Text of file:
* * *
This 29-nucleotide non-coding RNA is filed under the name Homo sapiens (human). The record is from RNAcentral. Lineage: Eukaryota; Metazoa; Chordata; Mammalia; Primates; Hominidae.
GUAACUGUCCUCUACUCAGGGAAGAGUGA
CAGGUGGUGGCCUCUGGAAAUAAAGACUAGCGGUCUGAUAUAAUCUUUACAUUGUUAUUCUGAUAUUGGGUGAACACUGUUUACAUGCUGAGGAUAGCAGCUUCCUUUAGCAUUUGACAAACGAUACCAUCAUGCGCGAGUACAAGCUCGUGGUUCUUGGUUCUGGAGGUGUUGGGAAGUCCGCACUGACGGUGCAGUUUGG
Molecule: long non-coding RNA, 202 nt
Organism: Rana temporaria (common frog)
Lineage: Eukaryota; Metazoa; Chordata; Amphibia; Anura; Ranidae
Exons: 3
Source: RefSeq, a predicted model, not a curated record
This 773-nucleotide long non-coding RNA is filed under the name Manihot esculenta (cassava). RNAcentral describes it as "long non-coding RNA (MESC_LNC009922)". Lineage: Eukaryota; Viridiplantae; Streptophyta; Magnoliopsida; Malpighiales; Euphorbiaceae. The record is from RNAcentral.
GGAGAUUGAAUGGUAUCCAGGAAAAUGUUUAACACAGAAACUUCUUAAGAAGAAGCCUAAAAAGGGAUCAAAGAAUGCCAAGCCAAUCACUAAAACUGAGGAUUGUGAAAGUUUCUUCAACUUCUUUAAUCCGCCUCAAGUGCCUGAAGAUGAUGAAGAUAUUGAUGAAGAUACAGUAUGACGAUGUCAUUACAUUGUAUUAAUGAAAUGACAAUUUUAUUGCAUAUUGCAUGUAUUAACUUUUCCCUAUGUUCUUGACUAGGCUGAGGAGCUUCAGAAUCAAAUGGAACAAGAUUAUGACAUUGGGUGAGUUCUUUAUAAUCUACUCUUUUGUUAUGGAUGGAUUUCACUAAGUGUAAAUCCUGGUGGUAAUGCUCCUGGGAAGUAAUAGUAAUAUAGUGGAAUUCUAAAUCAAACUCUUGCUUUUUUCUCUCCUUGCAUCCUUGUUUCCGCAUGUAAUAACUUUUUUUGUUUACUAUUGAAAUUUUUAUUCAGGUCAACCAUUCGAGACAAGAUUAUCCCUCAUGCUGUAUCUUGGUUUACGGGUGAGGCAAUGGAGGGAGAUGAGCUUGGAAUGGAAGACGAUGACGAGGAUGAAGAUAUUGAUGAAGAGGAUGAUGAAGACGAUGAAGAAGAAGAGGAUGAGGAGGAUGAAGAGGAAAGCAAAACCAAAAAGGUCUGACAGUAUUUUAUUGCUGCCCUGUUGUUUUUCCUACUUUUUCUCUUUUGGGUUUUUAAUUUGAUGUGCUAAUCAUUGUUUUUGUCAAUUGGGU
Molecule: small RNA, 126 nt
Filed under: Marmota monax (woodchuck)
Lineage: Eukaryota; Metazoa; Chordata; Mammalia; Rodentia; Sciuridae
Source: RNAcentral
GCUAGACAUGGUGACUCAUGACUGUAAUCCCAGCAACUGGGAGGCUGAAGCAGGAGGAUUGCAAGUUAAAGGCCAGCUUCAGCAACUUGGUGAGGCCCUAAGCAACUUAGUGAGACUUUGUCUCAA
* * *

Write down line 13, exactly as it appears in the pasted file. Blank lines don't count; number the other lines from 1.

Lineage: Eukaryota; Metazoa; Chordata; Mammalia; Rodentia; Sciuridae